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1.

Cooperation Beats Competition [electronic resource]

Survival of the fittest is a phrase coined by economist Herbert Spencer and often used to imply that competition, not consensus, is the fundamental means of survival. But an age-old spiritual concept-that placing the common good ahead of self-interest will enhance both-has been getting new attention. In this program, Hazel Henderson and ethical investing leader Terry Mollner assert that even in the financial realm, cooperation can outperform competition. Mollner uses the example of Occupy Wall Street to illustrate ways that new economic paradigms can be created, and tells the story of how he convinced Unilever to allow Ben & Jerry's to retain its social mission after being bought out.
Online
2012
2.

Moyers & Company [electronic resource]: Taming Capitalism Run Wild

Even as President Obama's talking points champion the middle class and condemn how our economy caters to the very rich, the truth behind modern American capitalism is a story of continued inequality and hardship. Even a modest increase in the minimum wage - as suggested by the president - faces opposition from those who apparently pledge allegiance first and foremost to America's wealthy and powerful. Some, however, aren't just wringing their hands about our economic crisis; they're fighting back. In this edition of Moyers & Company, economist Richard Wolff joins Bill to shed light on the disaster left behind in capitalism's wake and discusses how to battle for economic justice. Wolff has written many books on the effects of rampant capitalism, including Capitalism Hits the Fan.
Online
2013
3.

Moyers & Company [electronic resource]: What Has Capitalism Done for Us Lately?

In this edition of Moyers & Company, Bill is joined by economist Richard Wolff - author of Democracy at Work: A Cure for Capitalism - who dives into the topic of income inequality, analyzing the widening gap between a booming stock market and a population that increasingly lives in poverty. Wolff then takes questions sent in from around the world by viewers. Also on the show is Sheila Bair, the longtime Republican who served as FDIC chair during the fiscal meltdown five years ago. Bair joins Bill to talk about American banks' continuing risky and manipulative practices, their seeming immunity from prosecution, and growing anger from Congress and the public. Bair is the author of Bull by the Horns: Fighting to Save Main Street from Wall Street and Wall Street from Itself.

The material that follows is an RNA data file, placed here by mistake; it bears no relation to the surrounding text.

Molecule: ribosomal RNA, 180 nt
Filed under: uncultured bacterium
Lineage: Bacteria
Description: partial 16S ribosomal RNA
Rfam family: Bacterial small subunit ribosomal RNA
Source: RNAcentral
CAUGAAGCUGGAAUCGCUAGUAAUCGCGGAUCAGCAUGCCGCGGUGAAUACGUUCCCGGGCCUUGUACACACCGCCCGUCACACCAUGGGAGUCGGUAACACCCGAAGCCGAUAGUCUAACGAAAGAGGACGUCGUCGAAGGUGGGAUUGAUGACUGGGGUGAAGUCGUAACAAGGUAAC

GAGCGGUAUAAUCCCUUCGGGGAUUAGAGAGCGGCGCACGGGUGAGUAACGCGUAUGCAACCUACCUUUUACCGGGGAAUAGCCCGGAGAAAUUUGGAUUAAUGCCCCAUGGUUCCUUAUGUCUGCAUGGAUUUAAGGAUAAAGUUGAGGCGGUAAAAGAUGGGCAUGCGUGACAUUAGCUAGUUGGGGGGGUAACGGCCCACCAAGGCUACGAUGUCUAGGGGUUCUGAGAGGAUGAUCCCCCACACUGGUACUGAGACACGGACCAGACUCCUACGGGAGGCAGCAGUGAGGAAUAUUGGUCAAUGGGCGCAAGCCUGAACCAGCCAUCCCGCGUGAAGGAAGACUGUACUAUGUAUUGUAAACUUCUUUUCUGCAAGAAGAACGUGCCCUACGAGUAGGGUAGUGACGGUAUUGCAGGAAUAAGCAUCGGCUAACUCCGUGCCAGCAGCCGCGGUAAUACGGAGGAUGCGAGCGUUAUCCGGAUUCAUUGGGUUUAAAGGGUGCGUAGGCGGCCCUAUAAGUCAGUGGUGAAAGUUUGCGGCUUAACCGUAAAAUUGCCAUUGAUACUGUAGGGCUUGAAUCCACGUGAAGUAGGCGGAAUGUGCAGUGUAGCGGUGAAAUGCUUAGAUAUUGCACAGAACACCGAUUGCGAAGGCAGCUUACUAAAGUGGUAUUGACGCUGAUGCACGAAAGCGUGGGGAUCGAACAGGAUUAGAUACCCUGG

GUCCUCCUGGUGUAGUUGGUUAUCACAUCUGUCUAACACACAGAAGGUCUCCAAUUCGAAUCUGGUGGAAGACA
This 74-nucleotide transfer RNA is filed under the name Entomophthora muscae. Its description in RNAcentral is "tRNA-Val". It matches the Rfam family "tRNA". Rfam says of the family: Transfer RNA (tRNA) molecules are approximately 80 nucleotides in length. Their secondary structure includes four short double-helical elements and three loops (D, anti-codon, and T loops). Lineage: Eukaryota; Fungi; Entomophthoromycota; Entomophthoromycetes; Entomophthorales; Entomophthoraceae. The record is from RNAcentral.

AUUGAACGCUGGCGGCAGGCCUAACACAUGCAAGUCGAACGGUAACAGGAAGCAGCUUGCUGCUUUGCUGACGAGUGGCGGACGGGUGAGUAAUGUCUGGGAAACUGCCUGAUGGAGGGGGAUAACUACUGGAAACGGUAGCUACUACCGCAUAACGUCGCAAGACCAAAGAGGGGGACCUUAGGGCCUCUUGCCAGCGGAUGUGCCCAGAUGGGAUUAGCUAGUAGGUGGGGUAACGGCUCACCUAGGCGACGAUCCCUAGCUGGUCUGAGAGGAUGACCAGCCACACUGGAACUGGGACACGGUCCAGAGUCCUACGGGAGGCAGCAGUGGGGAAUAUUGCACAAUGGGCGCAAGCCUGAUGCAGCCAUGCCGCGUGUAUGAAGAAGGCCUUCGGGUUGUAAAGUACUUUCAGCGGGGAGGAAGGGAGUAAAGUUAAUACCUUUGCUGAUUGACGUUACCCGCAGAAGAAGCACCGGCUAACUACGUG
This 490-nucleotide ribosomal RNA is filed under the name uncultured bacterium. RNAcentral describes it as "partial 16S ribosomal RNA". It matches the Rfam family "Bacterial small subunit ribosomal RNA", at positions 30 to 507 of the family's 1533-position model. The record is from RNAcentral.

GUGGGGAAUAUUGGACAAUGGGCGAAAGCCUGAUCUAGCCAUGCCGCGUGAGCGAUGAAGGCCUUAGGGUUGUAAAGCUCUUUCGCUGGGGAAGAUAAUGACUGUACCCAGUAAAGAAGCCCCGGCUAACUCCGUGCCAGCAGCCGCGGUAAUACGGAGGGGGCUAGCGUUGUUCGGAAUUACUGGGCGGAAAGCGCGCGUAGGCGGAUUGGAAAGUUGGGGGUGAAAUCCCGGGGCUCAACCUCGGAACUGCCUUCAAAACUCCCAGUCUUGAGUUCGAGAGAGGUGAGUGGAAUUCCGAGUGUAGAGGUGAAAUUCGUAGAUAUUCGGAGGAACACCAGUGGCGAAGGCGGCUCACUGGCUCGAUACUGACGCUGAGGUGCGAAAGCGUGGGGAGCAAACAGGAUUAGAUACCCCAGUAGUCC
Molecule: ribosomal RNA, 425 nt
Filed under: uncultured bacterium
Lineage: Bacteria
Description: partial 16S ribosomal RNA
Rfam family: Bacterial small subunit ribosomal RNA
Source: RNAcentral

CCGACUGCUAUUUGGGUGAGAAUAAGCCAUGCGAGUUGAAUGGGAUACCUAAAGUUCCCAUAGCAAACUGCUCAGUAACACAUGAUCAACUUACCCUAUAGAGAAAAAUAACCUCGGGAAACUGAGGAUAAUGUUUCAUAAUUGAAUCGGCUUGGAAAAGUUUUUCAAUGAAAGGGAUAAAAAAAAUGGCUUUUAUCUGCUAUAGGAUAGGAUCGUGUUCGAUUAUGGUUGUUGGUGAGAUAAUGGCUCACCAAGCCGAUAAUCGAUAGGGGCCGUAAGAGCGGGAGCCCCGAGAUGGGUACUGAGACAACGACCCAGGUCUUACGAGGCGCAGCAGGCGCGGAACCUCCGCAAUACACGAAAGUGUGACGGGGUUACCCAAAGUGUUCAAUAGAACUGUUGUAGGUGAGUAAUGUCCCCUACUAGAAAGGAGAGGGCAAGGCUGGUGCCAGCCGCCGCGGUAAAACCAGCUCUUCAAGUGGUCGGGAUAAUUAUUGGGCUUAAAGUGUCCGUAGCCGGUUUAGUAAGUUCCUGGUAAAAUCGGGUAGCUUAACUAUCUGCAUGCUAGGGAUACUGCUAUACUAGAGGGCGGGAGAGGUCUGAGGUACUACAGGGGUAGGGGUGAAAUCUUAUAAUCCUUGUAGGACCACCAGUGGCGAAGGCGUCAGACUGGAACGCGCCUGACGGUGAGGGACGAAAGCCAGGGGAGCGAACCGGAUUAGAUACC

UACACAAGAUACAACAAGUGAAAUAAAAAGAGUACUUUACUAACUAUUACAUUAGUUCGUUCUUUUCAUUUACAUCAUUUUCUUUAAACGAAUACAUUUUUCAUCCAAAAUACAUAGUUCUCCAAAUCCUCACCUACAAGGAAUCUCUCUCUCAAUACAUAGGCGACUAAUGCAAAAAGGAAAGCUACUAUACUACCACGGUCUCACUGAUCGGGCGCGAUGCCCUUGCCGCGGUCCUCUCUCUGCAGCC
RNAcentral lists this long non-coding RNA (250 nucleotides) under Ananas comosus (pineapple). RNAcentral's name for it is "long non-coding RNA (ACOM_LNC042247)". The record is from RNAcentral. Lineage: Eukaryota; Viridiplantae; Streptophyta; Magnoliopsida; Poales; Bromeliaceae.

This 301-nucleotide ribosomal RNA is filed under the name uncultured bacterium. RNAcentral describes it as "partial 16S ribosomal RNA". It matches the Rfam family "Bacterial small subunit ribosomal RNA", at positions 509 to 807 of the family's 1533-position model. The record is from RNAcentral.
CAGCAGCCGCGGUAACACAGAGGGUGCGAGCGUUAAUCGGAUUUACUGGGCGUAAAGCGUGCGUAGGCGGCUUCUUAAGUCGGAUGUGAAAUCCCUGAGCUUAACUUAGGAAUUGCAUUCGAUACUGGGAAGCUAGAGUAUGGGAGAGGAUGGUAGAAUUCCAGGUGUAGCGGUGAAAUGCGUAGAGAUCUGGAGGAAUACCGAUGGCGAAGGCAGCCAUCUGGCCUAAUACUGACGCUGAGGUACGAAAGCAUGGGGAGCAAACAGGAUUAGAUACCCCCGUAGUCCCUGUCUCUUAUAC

Online
2013
4.

Daring to Care-Prosperously! [electronic resource]

Socially responsible investing may seem like a good idea philosophically, but is it profitable? In this program banker Susan Davis talks with Hazel Henderson about KINS, a successful financial networking strategy based on generosity, win-win deals, conscious capitalism, and creating a greener economy. Davis, founder of the Capital Missions Company, explains how she proved to asset managers that triple-bottom-line portfolios could meet traditional financial benchmarks, even for institutional investors. Davis also discusses her book The Trojan Horse of Love, which details her journey from old-school finance professional to pioneer in ethical investing.
Online
2012
5.

The Politics of Money [electronic resource]